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I'm reading about the cryptographic function called RC4.

Apparently, its method was kept secret from 1987 until 1994 despite being available to the public for licensing and use.

How did it stay secret for so long? It's not a very complicated algorithm. Couldn't someone just reverse-engineer the code and get the source?

Is there some reason they couldn't that I don't know about?

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Couldn't someone just reverse-engineer the code and get the source?

Yes. That's exactly what happened in 1994:

From the Wikipedia entry:

RC4 was initially a trade secret, but in September 1994 a description of it was anonymously posted to the Cypherpunks mailing list. It was soon posted on the sci.crypt newsgroup, and from there to many sites on the Internet. The leaked code was confirmed to be genuine as its output was found to match that of proprietary software using licensed RC4. Because the algorithm is known, it is no longer a trade secret. The name RC4 is trademarked, so RC4 is often referred to as ARCFOUR or ARC4 (meaning alleged RC4) to avoid trademark problems. RSA Security has never officially released the algorithm; Rivest has, however, linked to the English Wikipedia article on RC4 in his own course notes in 2008 and confirmed the history of RC4 and its code in a 2014 paper by him.

You can, with varying degrees of success, make it more difficult by, for example, obfuscating the code, encrypting the code, storing the code in an HSM that self-destructs when tampered with, requiring restrictive contracts, threatening legal actions, etc... But in the end, there is no security without physical security. Once you let the code out of your physical control, it is potentially exposed.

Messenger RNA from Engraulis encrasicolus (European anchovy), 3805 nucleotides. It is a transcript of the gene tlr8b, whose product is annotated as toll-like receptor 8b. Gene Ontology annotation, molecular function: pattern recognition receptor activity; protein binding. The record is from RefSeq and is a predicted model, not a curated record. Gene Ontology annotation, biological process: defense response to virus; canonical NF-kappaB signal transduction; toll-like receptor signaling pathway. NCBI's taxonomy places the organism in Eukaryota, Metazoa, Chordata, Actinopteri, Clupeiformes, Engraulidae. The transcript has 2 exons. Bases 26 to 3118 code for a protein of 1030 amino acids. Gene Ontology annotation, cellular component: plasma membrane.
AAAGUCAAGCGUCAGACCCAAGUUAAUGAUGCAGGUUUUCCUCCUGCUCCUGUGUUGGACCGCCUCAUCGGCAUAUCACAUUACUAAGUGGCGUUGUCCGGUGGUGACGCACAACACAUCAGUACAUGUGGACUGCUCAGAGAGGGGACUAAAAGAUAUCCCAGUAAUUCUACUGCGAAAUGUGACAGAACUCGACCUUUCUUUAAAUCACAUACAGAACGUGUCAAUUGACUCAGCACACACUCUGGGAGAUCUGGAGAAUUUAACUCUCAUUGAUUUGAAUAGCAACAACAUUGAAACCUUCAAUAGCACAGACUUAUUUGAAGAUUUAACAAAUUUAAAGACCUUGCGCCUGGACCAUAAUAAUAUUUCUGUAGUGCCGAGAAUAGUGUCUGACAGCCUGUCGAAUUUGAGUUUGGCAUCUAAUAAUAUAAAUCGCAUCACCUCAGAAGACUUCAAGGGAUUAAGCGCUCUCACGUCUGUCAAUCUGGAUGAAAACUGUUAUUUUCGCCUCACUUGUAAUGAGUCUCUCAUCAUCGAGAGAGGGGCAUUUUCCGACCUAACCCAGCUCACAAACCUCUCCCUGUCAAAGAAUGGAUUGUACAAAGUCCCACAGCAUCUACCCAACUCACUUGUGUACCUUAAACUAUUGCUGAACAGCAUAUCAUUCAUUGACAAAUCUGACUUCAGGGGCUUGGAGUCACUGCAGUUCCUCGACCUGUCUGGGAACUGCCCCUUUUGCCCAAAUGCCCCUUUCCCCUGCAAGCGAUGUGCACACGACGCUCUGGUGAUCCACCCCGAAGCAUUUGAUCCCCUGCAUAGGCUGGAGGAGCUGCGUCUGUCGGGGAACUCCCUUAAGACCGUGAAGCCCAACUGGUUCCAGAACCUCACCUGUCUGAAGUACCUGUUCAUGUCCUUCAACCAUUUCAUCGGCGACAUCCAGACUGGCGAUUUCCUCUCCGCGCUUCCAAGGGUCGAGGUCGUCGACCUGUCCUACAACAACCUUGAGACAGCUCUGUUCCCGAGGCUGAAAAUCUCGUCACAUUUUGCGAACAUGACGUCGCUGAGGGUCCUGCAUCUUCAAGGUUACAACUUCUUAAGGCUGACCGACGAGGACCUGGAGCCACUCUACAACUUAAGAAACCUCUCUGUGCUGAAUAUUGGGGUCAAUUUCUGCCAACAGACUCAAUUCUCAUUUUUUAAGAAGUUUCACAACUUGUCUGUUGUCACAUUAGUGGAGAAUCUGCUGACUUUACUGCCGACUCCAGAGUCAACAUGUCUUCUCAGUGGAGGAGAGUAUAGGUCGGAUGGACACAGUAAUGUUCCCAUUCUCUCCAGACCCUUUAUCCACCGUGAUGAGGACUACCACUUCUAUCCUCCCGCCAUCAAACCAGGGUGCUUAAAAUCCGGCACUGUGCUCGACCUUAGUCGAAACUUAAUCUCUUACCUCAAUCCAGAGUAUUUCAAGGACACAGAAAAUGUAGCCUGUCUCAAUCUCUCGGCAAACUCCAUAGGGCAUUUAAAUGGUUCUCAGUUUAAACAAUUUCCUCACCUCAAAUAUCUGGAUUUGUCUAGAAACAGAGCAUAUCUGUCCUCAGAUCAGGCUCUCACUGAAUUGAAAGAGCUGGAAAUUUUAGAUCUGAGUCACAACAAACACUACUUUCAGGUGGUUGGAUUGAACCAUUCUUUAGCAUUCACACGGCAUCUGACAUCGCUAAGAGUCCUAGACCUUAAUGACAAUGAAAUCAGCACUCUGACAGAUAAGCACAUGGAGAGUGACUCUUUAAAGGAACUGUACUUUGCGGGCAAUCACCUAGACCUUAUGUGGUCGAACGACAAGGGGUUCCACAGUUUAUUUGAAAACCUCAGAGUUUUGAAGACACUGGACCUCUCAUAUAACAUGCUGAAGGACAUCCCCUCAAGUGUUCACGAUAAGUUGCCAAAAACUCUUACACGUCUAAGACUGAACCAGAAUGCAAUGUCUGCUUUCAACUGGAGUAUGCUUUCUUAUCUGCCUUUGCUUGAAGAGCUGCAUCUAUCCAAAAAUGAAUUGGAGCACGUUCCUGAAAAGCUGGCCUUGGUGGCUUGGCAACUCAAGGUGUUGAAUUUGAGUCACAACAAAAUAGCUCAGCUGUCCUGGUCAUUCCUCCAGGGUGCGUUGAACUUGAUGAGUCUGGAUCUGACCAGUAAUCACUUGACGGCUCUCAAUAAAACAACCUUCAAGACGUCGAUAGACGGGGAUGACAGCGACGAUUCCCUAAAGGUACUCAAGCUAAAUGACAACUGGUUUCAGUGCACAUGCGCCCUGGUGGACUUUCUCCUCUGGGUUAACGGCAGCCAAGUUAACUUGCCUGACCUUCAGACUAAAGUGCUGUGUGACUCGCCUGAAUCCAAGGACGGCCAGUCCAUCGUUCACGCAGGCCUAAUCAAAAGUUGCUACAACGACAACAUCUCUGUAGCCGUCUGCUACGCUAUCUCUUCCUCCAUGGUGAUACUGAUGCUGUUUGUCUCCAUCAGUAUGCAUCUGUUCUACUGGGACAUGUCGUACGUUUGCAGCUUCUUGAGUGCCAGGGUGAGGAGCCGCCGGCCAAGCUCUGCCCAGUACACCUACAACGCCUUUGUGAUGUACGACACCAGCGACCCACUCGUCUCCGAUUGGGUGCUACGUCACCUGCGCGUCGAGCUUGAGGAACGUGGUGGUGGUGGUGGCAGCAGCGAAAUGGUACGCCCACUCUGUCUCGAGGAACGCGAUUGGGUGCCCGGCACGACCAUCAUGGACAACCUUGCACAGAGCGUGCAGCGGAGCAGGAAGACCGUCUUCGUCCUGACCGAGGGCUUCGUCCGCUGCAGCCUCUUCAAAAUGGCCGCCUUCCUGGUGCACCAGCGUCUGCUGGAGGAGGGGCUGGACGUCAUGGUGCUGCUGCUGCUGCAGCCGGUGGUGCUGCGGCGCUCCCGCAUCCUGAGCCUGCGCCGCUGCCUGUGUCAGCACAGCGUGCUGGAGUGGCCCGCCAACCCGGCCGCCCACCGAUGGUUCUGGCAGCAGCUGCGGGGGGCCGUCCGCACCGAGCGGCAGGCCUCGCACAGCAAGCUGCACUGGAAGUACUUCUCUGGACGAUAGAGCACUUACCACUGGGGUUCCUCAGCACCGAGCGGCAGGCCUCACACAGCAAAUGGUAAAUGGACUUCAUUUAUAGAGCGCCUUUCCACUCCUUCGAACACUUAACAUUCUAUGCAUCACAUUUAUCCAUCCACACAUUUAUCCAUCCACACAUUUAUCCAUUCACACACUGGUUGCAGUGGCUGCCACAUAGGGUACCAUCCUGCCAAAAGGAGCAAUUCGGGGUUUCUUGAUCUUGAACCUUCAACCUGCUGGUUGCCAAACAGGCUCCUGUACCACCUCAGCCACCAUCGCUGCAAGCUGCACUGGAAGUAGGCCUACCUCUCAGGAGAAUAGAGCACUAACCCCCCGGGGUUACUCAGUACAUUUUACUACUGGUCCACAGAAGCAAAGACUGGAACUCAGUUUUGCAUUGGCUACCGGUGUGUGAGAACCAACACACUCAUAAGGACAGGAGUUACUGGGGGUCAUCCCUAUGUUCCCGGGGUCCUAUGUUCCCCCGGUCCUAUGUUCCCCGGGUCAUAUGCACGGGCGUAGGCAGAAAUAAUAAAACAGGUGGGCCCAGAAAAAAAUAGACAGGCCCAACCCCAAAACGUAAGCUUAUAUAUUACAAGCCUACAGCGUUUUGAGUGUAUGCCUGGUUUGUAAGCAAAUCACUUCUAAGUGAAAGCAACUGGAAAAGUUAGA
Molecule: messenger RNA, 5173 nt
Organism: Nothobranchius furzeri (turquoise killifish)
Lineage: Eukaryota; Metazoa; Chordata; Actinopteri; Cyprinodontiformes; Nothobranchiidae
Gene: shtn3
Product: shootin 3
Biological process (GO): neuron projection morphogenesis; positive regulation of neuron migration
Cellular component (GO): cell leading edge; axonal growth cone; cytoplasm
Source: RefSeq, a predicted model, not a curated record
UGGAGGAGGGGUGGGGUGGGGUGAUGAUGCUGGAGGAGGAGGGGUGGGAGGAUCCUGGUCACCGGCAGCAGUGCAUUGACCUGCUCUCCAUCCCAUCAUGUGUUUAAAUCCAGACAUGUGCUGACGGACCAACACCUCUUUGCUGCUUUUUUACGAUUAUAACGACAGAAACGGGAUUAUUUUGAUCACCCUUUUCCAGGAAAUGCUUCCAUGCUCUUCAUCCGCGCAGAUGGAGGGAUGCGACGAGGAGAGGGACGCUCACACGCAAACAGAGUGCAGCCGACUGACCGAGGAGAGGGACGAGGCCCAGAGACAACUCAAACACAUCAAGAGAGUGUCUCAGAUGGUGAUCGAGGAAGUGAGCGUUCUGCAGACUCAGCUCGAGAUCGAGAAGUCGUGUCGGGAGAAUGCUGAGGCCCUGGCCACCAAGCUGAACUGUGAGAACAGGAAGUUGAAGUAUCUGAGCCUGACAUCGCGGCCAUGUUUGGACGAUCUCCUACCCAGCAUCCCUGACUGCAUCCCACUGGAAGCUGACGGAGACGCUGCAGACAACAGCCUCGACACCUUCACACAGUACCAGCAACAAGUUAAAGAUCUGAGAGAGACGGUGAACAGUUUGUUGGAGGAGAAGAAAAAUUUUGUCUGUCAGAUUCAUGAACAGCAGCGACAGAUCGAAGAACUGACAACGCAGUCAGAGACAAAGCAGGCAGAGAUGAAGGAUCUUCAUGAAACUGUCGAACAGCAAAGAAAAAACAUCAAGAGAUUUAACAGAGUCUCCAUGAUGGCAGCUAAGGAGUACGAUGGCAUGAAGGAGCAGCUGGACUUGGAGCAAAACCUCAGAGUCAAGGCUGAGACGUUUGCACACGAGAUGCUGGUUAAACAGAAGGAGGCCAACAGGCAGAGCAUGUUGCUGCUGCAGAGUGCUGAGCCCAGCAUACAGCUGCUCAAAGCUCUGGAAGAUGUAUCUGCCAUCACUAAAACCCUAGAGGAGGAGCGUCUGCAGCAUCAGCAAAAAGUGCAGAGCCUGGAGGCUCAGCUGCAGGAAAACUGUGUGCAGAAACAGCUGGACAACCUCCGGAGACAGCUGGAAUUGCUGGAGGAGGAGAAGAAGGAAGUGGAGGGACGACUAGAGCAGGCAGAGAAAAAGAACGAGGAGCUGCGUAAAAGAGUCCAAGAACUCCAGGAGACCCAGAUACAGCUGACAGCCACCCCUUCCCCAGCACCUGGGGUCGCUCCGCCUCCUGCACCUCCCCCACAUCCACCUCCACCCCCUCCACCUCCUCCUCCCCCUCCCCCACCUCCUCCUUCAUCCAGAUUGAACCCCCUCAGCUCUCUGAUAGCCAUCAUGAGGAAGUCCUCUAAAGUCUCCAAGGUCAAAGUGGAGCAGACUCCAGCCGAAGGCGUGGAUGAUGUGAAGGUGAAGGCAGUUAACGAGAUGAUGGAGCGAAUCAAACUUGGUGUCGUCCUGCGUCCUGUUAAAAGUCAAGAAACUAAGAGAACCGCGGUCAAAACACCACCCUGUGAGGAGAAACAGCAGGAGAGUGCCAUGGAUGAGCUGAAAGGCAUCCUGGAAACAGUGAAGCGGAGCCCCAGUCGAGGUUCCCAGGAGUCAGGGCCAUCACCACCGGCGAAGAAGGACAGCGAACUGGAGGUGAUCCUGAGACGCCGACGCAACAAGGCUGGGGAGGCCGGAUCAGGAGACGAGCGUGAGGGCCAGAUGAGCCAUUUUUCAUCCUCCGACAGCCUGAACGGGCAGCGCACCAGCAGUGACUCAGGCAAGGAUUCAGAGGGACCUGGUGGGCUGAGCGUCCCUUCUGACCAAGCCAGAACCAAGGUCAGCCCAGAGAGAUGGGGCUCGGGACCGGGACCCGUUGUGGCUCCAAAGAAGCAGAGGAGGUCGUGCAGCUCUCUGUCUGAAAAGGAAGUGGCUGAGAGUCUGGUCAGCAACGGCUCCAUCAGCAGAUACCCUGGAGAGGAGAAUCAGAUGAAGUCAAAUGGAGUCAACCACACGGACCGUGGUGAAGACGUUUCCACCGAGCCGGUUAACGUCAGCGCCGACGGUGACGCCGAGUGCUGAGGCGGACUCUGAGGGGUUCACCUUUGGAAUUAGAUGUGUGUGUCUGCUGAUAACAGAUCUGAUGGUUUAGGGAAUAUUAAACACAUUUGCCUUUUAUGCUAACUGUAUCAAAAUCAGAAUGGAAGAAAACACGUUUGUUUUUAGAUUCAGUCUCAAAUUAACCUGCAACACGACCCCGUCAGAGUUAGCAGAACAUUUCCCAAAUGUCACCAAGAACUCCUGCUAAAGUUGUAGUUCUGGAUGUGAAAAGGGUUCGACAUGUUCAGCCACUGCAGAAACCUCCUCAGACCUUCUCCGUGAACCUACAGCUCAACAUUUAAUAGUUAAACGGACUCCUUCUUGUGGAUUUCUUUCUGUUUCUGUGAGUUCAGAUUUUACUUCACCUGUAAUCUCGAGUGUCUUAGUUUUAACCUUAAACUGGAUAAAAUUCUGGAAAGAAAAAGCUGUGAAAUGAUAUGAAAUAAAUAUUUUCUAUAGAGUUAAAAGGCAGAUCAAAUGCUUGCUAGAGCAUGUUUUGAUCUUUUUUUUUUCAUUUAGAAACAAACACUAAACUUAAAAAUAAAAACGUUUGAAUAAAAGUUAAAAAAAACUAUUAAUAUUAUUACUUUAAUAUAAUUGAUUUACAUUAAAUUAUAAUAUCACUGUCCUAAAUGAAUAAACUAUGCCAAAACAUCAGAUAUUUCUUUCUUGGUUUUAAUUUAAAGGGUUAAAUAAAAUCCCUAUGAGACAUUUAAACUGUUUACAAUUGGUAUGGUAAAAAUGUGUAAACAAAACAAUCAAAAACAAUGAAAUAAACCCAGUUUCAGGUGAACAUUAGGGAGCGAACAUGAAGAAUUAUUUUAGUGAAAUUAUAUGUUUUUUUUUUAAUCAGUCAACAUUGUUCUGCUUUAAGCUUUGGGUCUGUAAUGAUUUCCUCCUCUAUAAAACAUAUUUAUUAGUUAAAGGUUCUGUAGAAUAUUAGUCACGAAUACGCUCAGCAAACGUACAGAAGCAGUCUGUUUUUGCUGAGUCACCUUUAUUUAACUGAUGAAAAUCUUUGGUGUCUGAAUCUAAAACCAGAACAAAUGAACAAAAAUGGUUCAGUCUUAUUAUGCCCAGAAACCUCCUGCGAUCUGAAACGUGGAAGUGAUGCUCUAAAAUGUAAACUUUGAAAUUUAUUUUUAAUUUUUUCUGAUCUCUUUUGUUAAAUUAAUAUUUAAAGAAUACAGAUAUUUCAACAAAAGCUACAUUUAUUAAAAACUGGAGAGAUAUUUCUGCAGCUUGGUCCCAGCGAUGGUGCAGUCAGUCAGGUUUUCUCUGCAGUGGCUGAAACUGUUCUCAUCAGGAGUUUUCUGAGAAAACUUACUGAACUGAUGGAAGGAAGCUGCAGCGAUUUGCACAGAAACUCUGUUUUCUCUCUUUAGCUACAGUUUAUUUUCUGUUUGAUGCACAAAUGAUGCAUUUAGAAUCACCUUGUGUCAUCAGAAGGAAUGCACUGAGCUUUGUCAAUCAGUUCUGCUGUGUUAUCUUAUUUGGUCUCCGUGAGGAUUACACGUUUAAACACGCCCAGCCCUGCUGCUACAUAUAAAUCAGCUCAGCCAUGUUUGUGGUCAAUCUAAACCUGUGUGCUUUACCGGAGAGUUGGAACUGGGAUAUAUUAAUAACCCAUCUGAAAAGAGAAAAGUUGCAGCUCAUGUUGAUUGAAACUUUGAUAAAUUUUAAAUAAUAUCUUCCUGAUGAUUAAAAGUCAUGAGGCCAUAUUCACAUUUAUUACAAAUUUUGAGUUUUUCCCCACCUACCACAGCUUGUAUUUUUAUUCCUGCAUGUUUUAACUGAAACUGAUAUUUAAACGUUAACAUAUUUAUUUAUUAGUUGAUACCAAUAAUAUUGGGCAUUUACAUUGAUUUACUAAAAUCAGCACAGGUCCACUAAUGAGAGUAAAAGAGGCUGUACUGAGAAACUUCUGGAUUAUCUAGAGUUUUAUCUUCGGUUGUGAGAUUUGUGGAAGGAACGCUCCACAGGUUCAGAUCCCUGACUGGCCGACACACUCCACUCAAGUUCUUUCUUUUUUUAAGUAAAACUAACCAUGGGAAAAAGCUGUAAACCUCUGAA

As to why nobody did it before, I suspect that it was lack of interest and legal concerns.

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  • So as I suspected, it's impossible to keep an algorithm secret unless you don't let anyone else run it. (i.e. I can run it for you on my server, but I won't give you an exe to run). Is that correct? Oct 25, 2015 at 16:28
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    You can, with varying degrees of success, make it more difficult by, for example, obfuscating the code, encrypting the code, storing the code in an HSM that self-destructs when tampered with, etc... But in the end, there is no security without physical security. So if you let the code out of your physical control, it is potentially exposed. Oct 25, 2015 at 16:32
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    "As to why nobody did it before, I suspect that it was lack of interest and legal concerns." Of course, it's entirely possible that someone did, but didn't tell anyone that they did.
    – JonnyWizz
    Oct 30, 2015 at 12:35

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